Both macular degeneration and glaucoma can worsen from UV radiation, too. Either one of these conditions can eventually result in blindness at advanced stages, so it is obviously best not to aggravate your eyes if you suffer from either.

Pterygium, commonly referred to as surfer's eye, though it can affect anybody who spends a significant amount of time outdoors, is another ailment caused by too much exposure to the sun's UV rays. It is a tissue growth over the white of the eye that can actually completely alter its curve. While it isn't usually serious, it can be uncomfortable, giving the feeling of having something stuck in the eye, resulting in redness and irritation. In extreme cases, it can cause vision problems and require surgical treatment.

If all of this wasn't enough for you, how about this? Wearing sunglasses can keep you looking younger. It is human nature to squint when exposed to bright lights. Excessive squinting can lead to unsightly crow's feet around the eyes, giving you the appearance of being older. Wearing sunglasses can help preserve your youthful appearance for a few years longer.

Statistics and Editorial Log

0
Paid Placements
5
Editors
31
Rendering Hours
1,151
Users
15
Updates

Granular Revision Frequency


Daniel Imperiale
Last updated on August 29, 2019 by Daniel Imperiale

Daniel Imperiale holds a bachelor’s degree in writing, and proudly fled his graduate program in poetry to pursue a quiet life at a remote Alaskan fishery. After returning to the contiguous states, he took up a position as an editor and photographer of the prestigious geek culture magazine “Unwinnable” before turning his attention to the field of health and wellness. In recent years, he has worked extensively in film and music production, making him something of a know-it-all when it comes to camera equipment, musical instruments, recording devices, and other audio-visual hardware. Daniel’s recent obsessions include horology (making him a pro when it comes to all things timekeeping) and Uranium mining and enrichment (which hasn’t proven useful just yet).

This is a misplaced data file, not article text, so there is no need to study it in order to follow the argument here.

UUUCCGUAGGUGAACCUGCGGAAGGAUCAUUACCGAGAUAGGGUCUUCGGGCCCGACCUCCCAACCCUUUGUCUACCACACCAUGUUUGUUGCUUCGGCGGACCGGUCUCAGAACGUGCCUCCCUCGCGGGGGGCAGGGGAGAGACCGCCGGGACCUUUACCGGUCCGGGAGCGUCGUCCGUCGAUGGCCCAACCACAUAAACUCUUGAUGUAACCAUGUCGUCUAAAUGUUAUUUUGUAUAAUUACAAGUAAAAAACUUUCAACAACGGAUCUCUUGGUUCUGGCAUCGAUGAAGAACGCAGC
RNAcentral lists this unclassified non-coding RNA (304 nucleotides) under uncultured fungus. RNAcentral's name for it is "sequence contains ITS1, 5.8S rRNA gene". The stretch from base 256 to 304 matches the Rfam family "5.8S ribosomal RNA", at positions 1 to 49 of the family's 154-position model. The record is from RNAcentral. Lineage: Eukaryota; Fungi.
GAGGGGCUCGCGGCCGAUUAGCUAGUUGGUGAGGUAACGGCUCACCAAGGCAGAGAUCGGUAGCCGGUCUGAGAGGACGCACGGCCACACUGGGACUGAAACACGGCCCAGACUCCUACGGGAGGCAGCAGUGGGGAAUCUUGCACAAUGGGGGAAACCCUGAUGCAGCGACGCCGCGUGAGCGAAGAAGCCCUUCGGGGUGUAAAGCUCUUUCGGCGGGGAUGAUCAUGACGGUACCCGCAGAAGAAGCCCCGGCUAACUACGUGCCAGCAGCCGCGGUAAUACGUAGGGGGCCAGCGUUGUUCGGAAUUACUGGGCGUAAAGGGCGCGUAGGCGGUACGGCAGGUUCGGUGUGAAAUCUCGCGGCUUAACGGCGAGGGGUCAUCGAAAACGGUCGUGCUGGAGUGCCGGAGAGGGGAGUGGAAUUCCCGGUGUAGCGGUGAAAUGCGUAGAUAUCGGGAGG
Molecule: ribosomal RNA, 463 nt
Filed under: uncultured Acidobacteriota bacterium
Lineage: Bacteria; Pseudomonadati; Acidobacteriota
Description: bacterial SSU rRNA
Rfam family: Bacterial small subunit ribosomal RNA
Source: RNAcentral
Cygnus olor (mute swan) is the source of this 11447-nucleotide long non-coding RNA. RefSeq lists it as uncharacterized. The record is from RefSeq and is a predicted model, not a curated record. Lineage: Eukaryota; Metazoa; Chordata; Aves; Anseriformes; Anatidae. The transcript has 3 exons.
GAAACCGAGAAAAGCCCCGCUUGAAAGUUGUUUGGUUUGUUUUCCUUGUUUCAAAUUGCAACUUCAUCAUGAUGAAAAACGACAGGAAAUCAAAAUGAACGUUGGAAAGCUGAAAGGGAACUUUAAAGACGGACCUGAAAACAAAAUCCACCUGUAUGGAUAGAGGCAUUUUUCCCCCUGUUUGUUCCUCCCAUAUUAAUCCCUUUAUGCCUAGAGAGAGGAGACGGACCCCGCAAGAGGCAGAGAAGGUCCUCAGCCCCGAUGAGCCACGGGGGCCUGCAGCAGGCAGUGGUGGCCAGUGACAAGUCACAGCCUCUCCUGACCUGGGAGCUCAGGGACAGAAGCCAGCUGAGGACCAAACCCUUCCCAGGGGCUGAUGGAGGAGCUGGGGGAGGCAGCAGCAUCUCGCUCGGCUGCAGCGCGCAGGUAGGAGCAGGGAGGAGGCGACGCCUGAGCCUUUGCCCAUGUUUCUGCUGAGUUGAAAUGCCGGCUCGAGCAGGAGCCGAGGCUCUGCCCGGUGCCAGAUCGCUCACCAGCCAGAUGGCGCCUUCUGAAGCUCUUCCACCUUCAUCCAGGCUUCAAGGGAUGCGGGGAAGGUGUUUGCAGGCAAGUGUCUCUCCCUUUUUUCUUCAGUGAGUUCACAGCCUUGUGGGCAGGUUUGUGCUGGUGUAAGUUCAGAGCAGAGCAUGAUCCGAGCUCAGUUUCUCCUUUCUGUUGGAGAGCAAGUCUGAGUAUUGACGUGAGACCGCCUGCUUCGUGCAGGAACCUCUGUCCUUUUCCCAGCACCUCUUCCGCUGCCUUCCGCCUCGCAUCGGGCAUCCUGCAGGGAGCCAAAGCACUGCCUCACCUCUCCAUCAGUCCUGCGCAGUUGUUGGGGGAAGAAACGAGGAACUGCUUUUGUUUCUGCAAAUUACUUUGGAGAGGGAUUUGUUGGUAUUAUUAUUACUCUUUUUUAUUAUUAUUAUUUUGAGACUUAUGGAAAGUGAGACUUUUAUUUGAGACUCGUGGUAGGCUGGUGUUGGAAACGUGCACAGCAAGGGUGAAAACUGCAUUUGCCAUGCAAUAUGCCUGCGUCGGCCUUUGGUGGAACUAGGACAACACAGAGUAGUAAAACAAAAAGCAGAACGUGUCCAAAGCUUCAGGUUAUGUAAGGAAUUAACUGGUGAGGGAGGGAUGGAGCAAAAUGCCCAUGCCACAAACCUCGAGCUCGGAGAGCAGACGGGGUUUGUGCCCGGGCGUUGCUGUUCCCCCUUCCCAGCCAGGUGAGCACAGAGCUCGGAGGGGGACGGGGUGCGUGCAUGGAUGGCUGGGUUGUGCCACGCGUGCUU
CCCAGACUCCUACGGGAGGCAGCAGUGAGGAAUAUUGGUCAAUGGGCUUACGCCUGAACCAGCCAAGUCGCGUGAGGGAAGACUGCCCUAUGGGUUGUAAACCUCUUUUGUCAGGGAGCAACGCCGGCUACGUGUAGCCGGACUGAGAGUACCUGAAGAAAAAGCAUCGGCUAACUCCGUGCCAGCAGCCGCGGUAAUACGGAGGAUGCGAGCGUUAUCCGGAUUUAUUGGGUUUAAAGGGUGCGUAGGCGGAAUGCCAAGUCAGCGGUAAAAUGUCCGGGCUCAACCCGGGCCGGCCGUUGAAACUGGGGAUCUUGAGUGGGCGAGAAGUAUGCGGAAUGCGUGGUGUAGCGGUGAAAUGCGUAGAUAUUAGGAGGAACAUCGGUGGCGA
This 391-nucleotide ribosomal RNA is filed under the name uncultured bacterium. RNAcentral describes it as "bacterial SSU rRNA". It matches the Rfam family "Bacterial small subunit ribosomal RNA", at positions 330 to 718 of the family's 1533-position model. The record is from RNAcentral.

Thanks for reading the fine print. About the Wiki: We don't accept sponsorships, free goods, samples, promotional products, or other benefits from any of the product brands featured on this page, except in cases where those brands are manufactured by the retailer to which we are linking. For more information on our rankings, please read about us, linked below. The Wiki is a participant in associate programs from Amazon, Walmart, Ebay, Target, and others, and may earn advertising fees when you use our links to these websites. These fees will not increase your purchase price, which will be the same as any direct visitor to the merchant’s website. If you believe that your product should be included in this review, you may contact us, but we cannot guarantee a response, even if you send us flowers.